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Hans Erich Fabian

Hans Erich Fabian was born in 1902 in Bromberg. In 1920, he moved to Berlin, where he studied law and began working as an assessor in the Prussian judicial service after graduating in 1929. This career was cut short in 1933 when Nazi laws prohibited him from continuing to work as a civil servant.

After a series of assorted jobs, including one in a shoe factory, Hans Erich Fabian took a position as a secretary at the Higher Institute for Jewish Studies in October 1938. There, he became acquainted with Jenny Wilde, the head librarian, whose professional efforts and personality he greatly appreciated – a fact evidenced by an emotional obituary he wrote for her ten years later.

Ending and reconstruction in berlin

With the outbreak of the Second World War, Fabian’s personal and professional situation worsened. He found employment with the Reich Association of Jews in Germany, an organisation created by the Nazis to control Jews. In 1943, Fabian and his family were deported to the Theresienstadt Ghetto. Despite the extreme conditions, he survived and returned to Berlin after the war. He was involved in rebuilding the Jewish community and founded the newspaper Der Weg (The Path), which was a significant source of information for Jewish survivors. The title reflects the uncertainty of Jewish life in post-war Germany: it was entirely unclear whether said path would lead to a revival in Germany or to emigration.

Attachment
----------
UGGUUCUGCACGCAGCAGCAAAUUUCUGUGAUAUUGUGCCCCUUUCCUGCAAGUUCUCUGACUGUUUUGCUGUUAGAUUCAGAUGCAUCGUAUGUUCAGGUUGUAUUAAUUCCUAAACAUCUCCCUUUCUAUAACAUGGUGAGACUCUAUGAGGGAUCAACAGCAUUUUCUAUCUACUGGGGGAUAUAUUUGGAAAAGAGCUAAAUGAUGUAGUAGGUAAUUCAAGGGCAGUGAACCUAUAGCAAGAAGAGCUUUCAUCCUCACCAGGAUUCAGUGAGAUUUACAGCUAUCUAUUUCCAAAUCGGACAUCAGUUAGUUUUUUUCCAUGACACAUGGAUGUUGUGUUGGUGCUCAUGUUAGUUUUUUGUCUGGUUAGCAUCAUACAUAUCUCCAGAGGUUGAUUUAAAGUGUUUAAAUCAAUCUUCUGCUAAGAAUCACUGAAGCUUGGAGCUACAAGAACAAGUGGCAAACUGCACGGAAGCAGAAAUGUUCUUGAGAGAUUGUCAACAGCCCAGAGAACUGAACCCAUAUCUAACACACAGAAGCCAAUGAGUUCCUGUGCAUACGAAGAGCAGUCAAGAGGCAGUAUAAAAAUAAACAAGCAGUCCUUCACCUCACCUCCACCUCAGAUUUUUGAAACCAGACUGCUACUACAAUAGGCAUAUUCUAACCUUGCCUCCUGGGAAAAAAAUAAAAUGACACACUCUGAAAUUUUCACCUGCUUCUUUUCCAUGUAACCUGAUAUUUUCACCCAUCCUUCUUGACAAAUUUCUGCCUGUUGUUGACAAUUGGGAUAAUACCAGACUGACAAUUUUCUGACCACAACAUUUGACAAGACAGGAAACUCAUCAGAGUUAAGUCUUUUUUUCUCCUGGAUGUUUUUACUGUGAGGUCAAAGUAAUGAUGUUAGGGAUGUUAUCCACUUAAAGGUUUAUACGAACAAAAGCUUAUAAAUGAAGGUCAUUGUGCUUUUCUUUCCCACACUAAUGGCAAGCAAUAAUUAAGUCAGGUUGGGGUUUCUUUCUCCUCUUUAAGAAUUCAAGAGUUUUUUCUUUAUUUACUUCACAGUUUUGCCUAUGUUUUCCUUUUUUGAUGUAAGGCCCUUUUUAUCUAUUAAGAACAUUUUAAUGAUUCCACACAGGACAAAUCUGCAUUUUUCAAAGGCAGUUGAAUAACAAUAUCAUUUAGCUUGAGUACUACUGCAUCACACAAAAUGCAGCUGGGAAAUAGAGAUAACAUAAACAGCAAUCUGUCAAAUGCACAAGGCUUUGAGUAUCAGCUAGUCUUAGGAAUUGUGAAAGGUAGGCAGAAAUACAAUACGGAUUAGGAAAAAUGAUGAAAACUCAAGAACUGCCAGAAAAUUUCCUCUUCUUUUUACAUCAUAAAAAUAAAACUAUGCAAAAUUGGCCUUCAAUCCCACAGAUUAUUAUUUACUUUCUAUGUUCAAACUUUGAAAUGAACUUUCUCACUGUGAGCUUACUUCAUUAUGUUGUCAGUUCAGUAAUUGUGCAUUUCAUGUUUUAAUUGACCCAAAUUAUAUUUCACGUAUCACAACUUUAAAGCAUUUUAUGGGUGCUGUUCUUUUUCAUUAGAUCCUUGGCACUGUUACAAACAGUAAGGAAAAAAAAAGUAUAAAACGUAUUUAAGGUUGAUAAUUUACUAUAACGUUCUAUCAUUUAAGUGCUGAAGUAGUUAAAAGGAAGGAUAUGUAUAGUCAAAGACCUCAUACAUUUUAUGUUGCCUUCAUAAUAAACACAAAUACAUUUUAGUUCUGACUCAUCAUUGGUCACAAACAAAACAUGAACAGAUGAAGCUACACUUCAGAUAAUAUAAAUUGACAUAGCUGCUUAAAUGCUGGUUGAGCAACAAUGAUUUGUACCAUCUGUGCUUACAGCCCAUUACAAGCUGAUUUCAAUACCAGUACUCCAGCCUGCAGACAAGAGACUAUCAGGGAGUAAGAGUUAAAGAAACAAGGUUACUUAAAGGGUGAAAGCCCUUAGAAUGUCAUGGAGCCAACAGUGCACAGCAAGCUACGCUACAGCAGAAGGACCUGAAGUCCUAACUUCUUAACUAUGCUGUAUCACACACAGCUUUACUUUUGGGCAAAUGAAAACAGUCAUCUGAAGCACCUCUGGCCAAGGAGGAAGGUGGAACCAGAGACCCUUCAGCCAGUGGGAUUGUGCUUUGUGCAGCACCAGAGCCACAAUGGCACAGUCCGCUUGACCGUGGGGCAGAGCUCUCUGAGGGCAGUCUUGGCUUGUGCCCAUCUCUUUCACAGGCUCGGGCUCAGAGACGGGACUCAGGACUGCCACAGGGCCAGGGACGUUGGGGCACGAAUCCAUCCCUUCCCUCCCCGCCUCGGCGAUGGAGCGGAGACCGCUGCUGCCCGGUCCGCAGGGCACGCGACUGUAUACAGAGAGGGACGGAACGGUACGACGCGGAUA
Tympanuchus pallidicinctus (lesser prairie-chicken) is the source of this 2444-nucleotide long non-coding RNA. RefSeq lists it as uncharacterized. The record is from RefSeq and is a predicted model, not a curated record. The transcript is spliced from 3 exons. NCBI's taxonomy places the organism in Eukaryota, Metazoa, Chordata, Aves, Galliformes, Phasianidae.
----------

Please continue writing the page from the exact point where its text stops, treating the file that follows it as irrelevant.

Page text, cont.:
Fabian also published articles in Israeli and American newspapers and spoke at conferences about the situation of Jews in Berlin and how it could be improved. Ultimately, he chose to emigrate, a decision made with a heavy heart and primarily for his family’s well-being, as his friend Ernst G. Loewenthal notes, arguing that there was no longer a future for Jewish people in Germany. In 1949, Fabian moved to New York, where he lived until his death in 1974.

“As I walked the streets on the morning of 9 November, I saw the destroyed Jewish businesses, saw Jewish owners sweeping the shards off the streets and trying to protect what had not been destroyed or robbed. Soon I also heard about the fires in the synagogues and the demolition of apartments. The New Synagogue on Oranienburger Strasse and the facilities of the Jewish Community were not damaged, but other synagogues were burned out or still burning.”

— Hans Erich Fabian, recalling the November Pogrom of 1938, better known in English by the euphemistic term Kristillnacht

The full German-language article by Hans Erich Fabian on the 25th anniversary of the November Pogroms of 1938 can be read in the Mitteilungsblatt, 1963, issue 31, no. 42/43 on page 32. In it, he shares his personal memories of the events of November 9 and their immediate aftermath: